Trees and Shrubs forum→Beech tree?

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CH69
Jan 24, 2020 8:01 AM CST
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Hi, We have this (I think) Beech tree in my garden which is growing really tall - but I really don't know how/when to prune it. Should we just
1. Reduce the overall height and shape it as best we can
2. Thin out the branches and reduce the overall height of what we leave
3. Cut it back hard down to around a foot and a half?
4. Leave it to the experts :)
Novice gardener here, so really appreciate any advice. Thanks Smiling

Name: one-eye-luke US.Vet.
Texas (Zone 8a)
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oneeyeluke
Jan 25, 2020 4:52 AM CST
Don't top it and don't cut the base or trunk of the tree. Just thin the smaller branches out, all the small branches that are smaller than the 4 or 5 large ones. You have about 4 or 5 older large branches that are healthy. Pick out the largest limbs to keep and remove all the little ones. Cut the small ones level with the ground. The large branches are the first branches the tree had and the little ones have grown since then. Keep the largest and remove the rest. Easy Job!
NOT A EXPERT! Just a grow worm! I never met a plant I didn’t love.✌
Name: John
Scott County, KY (Zone 5b)
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ViburnumValley
Jan 25, 2020 12:08 PM CST
Hi CH69:

You can help elicit excellent and educated advice by providing a more full picture of information about your plant.

First, where are you living and growing this plant? That makes a huge difference in giving proper advice about pruning and other sorts of care.

Second, since this is your plant, TAKE MORE PICTURES. Take some closeups of the stems, buds, branches, trunk, etc. This will allow a positive ID to be made.

With no other information at this point, I will say emphatically that I do NOT believe this is a Beech tree (Fagus sp.) of any sort. It looks much more like a Hornbeam, and probably one of the European or Asian Hornbeams (Carpinus sp.), due to the very obvious catkins showing out toward the branch tips. This species is a well known heavy suckering tree - historically used as a plant that responds well to coppicing to generate very long straight stems and/or regular sources of firewood due to this behavior. I have one of these here at the Valley - planted about 30 years ago. I have repeatedly cut it to the ground, and it repeatedly resprouts many healthy vigorous ascendent stems. I predict that your plant will do the same, especially if you remove a significant amount of wood at any one time.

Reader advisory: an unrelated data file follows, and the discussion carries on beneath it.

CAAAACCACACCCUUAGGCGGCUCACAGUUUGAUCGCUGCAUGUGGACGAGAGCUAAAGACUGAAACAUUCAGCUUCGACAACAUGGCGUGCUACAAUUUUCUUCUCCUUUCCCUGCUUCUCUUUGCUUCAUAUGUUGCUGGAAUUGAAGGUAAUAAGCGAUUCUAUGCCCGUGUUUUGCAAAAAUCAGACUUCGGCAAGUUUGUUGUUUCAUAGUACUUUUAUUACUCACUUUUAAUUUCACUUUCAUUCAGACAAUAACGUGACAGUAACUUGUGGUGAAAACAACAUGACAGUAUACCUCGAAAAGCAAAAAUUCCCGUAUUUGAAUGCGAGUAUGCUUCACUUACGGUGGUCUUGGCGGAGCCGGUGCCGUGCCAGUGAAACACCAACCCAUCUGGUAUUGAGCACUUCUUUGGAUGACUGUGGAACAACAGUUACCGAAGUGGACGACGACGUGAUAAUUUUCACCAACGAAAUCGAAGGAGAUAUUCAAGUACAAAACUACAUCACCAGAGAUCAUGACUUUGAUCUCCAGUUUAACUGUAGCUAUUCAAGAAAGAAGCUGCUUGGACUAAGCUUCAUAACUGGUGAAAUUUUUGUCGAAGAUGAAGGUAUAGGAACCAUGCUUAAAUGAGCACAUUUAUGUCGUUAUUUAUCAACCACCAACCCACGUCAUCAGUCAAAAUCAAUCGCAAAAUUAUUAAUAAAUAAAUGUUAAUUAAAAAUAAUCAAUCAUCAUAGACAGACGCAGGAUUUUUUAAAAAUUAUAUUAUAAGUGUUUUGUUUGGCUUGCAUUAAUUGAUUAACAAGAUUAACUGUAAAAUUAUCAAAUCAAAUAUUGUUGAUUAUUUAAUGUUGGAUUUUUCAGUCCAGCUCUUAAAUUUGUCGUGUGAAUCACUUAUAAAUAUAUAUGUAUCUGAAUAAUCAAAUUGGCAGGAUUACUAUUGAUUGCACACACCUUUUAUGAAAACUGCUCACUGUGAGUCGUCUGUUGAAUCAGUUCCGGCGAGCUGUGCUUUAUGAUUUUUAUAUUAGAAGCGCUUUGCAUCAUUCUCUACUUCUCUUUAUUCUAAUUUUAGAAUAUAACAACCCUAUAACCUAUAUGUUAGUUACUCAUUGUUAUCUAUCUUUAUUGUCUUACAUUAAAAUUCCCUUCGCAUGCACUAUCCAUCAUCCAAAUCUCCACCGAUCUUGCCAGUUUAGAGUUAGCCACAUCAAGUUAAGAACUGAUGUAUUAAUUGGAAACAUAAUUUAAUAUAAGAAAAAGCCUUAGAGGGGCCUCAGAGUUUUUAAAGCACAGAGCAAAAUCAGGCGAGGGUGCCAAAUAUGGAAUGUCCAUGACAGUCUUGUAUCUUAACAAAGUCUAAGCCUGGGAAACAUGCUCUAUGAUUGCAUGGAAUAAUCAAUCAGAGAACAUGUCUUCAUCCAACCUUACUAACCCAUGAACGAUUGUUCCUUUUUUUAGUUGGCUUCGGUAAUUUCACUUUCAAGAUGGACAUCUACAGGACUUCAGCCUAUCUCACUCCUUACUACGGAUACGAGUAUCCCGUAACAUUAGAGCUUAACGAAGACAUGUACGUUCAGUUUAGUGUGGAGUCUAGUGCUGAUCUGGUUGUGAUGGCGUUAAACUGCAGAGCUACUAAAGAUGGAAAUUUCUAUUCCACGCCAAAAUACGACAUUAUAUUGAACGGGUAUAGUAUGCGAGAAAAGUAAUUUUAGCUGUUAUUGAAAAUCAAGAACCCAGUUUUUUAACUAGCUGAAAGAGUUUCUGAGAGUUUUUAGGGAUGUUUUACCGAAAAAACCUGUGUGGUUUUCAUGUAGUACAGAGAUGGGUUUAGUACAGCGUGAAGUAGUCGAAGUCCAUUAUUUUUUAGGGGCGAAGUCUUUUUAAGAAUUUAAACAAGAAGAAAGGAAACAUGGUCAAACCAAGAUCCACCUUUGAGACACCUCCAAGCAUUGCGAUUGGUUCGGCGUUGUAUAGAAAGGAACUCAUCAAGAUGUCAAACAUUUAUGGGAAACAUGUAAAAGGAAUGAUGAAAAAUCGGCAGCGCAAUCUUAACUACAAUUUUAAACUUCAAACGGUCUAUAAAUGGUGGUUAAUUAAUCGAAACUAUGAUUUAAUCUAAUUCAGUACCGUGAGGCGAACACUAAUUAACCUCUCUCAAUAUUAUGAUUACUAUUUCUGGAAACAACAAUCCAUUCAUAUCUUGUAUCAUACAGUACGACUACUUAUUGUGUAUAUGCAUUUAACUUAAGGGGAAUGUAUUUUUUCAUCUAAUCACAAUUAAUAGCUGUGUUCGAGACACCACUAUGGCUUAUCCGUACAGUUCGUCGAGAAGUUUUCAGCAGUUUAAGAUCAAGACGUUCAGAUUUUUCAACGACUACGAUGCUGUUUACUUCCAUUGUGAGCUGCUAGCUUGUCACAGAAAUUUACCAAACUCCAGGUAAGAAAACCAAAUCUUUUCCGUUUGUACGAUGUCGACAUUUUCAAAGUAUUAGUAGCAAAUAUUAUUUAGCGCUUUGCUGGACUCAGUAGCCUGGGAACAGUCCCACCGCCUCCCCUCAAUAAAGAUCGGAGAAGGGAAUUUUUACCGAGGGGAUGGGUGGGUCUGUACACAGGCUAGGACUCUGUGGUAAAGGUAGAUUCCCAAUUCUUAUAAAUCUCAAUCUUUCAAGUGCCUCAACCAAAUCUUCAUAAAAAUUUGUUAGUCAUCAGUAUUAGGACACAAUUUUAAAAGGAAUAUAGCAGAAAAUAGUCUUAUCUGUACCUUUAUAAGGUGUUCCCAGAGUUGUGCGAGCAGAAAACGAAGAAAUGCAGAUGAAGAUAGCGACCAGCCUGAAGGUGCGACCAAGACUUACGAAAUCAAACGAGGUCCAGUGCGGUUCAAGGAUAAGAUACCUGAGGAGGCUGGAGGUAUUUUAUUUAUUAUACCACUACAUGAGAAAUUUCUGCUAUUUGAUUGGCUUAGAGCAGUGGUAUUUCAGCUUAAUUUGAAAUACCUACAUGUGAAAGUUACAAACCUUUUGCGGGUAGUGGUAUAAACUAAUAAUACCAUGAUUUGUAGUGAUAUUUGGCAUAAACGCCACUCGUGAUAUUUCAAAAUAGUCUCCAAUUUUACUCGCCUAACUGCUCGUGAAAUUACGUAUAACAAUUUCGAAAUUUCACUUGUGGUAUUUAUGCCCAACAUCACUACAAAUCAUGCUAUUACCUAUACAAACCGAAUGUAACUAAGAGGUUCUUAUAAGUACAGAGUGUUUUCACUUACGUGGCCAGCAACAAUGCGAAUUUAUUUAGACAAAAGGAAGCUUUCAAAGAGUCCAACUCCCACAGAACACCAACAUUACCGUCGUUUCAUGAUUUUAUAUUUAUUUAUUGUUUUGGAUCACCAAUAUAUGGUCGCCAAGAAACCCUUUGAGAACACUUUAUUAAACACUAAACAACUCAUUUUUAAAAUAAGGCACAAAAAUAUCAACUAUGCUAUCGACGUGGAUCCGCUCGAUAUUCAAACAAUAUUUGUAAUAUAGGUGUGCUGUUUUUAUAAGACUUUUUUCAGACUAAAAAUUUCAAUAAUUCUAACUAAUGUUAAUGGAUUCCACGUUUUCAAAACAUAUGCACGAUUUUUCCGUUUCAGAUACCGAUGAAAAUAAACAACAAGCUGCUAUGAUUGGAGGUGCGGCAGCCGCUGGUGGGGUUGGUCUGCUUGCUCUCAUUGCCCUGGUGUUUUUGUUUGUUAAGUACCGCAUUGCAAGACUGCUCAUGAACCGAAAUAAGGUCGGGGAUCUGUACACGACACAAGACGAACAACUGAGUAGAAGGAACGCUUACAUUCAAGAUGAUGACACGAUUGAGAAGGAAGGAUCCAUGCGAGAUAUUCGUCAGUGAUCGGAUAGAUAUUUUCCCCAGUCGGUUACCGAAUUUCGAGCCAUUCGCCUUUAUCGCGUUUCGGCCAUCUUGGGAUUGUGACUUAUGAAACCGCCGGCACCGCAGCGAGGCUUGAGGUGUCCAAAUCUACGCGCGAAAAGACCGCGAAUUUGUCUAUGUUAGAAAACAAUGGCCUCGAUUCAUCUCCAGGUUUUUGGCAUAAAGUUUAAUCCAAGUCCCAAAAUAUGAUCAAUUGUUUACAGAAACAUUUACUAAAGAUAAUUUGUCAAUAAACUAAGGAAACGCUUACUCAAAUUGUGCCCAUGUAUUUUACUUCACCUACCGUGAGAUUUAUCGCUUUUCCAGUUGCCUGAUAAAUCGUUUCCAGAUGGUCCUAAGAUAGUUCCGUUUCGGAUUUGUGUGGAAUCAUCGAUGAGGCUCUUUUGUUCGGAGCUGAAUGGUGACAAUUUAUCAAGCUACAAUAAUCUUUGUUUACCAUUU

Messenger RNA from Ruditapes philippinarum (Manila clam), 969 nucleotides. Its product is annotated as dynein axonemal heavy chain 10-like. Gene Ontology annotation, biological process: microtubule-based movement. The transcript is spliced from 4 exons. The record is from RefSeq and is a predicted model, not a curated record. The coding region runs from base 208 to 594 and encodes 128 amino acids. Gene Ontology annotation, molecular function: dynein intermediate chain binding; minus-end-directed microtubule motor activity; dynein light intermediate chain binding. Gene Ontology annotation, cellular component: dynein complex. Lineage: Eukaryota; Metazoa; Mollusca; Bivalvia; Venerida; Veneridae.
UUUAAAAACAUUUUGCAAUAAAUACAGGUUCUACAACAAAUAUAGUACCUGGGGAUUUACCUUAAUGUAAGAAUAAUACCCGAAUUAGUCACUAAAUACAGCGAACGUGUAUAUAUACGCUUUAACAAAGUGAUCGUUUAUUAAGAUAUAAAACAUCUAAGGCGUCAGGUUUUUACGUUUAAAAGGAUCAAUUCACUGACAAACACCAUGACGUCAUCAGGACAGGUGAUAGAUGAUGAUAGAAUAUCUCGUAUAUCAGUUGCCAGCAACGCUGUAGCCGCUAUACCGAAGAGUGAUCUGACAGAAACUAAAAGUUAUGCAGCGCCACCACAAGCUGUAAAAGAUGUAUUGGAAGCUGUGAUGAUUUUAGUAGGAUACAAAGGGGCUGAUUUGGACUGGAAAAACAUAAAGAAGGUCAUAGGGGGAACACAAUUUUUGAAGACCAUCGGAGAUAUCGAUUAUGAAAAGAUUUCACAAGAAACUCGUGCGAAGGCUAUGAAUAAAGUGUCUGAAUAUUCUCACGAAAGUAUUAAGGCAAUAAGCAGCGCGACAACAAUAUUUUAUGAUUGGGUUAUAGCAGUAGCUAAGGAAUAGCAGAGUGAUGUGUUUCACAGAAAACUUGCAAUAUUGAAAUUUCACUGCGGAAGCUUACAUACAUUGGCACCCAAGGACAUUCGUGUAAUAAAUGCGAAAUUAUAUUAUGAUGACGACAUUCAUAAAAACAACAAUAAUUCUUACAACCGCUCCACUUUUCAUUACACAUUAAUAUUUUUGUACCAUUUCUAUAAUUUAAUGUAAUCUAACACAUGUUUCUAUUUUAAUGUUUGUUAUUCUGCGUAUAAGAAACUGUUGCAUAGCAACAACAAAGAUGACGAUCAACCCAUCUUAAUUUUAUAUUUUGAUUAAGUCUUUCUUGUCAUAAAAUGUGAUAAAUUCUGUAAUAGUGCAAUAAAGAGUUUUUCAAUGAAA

Knowing where this plant is growing, and more detailed images to positively ID it, will lead to some quality discussion about what you might want to do with it.

John
Name: Porkpal
Richmond, TX
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porkpal
Jan 25, 2020 12:51 PM CST
Also: what do you want it to look like?
Porkpal
Name: Lee-Roy
Bilzen, Belgium (Zone 8a)
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Arico
Feb 13, 2020 5:57 PM CST
It's not a beech, but hazelnut (Corylus avellana): you can tell by the growth habit (messy and shrubby) and the male catkins hanging down. Beech (Fagus) also has a smoother bark while Corylus has rougher bark as seen here.

Hazelnut responds well to cutting and is frequently used in Europe in coppice woods. Every seven to ten years they'd cut the plant right down to a stump for the wood to be used in broom making, basket weaving etc. They'll sprout again to begin the cycle anew.
[Last edited by Arico - Feb 13, 2020 6:01 PM (+)]
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Name: John
Scott County, KY (Zone 5b)
You can't have too many viburnums..
Region: United States of America Region: Kentucky Farmer Cat Lover Birds Bee Lover
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ViburnumValley
Feb 26, 2020 8:09 PM CST
I agree that Arico is spot on, and describing the tree that I am coppicing here at the Valley. I got my C genera crossed up - it is certainly Corylus sp.

More pictures would make that clear to EVERYONE...
John

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